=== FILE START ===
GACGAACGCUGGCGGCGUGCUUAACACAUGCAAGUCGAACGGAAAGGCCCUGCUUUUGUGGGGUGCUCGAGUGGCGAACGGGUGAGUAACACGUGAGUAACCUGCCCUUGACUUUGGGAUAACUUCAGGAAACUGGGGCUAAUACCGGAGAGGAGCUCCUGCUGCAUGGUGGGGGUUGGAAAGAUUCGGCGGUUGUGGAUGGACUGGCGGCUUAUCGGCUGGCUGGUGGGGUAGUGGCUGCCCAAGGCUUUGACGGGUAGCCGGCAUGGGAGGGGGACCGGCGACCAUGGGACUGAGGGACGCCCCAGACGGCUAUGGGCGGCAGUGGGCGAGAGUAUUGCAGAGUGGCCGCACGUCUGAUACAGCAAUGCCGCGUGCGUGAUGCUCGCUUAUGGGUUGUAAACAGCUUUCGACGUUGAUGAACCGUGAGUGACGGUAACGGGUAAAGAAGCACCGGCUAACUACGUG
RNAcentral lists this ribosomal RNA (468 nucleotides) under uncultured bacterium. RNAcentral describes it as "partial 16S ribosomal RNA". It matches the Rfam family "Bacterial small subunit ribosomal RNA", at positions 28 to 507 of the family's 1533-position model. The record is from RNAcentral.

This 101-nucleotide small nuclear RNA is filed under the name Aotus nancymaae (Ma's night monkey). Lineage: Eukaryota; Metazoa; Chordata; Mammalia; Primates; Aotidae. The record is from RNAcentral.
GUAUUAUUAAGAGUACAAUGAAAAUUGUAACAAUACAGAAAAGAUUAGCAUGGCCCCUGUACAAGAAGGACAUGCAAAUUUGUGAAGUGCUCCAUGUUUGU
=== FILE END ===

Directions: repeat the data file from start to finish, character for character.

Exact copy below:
GACGAACGCUGGCGGCGUGCUUAACACAUGCAAGUCGAACGGAAAGGCCCUGCUUUUGUGGGGUGCUCGAGUGGCGAACGGGUGAGUAACACGUGAGUAACCUGCCCUUGACUUUGGGAUAACUUCAGGAAACUGGGGCUAAUACCGGAGAGGAGCUCCUGCUGCAUGGUGGGGGUUGGAAAGAUUCGGCGGUUGUGGAUGGACUGGCGGCUUAUCGGCUGGCUGGUGGGGUAGUGGCUGCCCAAGGCUUUGACGGGUAGCCGGCAUGGGAGGGGGACCGGCGACCAUGGGACUGAGGGACGCCCCAGACGGCUAUGGGCGGCAGUGGGCGAGAGUAUUGCAGAGUGGCCGCACGUCUGAUACAGCAAUGCCGCGUGCGUGAUGCUCGCUUAUGGGUUGUAAACAGCUUUCGACGUUGAUGAACCGUGAGUGACGGUAACGGGUAAAGAAGCACCGGCUAACUACGUG
RNAcentral lists this ribosomal RNA (468 nucleotides) under uncultured bacterium. RNAcentral describes it as "partial 16S ribosomal RNA". It matches the Rfam family "Bacterial small subunit ribosomal RNA", at positions 28 to 507 of the family's 1533-position model. The record is from RNAcentral.

This 101-nucleotide small nuclear RNA is filed under the name Aotus nancymaae (Ma's night monkey). Lineage: Eukaryota; Metazoa; Chordata; Mammalia; Primates; Aotidae. The record is from RNAcentral.
GUAUUAUUAAGAGUACAAUGAAAAUUGUAACAAUACAGAAAAGAUUAGCAUGGCCCCUGUACAAGAAGGACAUGCAAAUUUGUGAAGUGCUCCAUGUUUGU